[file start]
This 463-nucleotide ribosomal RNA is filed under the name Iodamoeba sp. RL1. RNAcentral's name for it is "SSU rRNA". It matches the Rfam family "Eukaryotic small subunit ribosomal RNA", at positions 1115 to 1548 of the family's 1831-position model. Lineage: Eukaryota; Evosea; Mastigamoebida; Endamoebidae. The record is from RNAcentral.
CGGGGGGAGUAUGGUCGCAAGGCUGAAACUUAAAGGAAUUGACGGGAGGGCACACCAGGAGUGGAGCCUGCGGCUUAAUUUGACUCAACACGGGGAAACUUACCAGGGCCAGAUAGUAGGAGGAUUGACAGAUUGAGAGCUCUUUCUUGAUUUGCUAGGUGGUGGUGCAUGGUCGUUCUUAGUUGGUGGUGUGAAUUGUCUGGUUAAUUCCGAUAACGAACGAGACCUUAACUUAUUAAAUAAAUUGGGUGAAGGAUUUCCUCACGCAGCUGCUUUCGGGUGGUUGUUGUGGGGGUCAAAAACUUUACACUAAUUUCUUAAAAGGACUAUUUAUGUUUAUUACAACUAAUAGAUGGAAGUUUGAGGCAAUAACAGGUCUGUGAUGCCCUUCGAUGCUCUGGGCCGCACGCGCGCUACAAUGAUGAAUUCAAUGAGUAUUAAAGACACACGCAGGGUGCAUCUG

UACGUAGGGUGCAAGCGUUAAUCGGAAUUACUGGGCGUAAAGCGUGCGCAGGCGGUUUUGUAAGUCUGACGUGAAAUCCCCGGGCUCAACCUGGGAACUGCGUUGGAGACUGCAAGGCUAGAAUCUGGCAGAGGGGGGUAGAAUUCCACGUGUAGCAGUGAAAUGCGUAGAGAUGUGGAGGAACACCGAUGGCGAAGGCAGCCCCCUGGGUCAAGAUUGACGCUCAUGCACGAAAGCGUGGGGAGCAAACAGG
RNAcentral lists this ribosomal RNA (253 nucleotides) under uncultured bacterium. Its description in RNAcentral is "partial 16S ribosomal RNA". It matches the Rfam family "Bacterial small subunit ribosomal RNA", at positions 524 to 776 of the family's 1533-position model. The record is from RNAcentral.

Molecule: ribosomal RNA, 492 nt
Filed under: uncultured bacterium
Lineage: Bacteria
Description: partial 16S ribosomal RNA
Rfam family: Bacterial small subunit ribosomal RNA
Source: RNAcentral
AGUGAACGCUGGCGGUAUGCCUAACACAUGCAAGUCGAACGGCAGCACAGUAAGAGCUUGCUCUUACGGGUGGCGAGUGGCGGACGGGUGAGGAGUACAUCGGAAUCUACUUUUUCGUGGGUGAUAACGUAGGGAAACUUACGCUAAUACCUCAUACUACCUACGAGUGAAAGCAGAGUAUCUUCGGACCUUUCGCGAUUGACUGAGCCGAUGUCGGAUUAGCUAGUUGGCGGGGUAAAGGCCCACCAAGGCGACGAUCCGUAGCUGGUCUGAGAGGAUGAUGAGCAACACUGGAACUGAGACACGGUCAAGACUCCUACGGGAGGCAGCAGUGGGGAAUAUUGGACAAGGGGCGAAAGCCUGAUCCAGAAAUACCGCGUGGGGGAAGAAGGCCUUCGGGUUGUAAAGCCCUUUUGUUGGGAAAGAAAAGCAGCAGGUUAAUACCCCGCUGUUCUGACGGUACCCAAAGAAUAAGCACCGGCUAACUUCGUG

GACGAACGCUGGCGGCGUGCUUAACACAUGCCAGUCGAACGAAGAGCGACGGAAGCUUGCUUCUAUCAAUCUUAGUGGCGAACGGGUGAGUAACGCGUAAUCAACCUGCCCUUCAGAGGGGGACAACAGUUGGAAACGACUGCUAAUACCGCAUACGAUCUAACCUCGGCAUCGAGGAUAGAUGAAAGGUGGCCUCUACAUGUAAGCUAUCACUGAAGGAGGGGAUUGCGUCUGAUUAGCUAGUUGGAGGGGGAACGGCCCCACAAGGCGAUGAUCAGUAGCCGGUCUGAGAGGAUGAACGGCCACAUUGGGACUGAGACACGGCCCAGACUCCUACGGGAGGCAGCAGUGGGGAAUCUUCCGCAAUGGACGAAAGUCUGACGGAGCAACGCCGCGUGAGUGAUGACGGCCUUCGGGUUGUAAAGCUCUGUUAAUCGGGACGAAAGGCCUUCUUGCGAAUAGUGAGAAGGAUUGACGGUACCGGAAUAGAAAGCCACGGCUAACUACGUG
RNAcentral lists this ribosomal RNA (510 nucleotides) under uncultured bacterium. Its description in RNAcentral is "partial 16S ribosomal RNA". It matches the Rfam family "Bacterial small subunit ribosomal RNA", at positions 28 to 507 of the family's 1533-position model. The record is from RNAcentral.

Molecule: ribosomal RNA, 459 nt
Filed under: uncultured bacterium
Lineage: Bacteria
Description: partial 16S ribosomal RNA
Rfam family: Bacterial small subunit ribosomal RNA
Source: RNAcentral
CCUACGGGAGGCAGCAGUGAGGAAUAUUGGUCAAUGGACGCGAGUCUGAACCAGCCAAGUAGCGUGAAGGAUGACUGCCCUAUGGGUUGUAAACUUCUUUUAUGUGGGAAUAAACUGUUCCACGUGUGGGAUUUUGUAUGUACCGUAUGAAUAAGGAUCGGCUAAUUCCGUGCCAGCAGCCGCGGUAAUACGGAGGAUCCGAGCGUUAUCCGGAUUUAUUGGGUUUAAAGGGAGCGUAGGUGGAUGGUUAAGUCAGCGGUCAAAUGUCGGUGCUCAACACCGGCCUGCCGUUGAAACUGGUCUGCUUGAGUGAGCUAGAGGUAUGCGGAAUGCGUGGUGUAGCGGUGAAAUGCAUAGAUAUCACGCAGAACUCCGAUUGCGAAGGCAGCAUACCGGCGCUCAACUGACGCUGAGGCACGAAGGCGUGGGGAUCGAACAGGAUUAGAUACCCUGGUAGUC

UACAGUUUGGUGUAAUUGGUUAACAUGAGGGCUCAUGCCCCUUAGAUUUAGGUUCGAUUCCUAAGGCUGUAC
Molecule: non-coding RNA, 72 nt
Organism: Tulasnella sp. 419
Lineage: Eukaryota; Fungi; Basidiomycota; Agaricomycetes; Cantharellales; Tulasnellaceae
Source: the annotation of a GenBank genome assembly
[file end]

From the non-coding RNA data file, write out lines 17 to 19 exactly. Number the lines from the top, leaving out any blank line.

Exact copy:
Description: partial 16S ribosomal RNA
Rfam family: Bacterial small subunit ribosomal RNA
Source: RNAcentral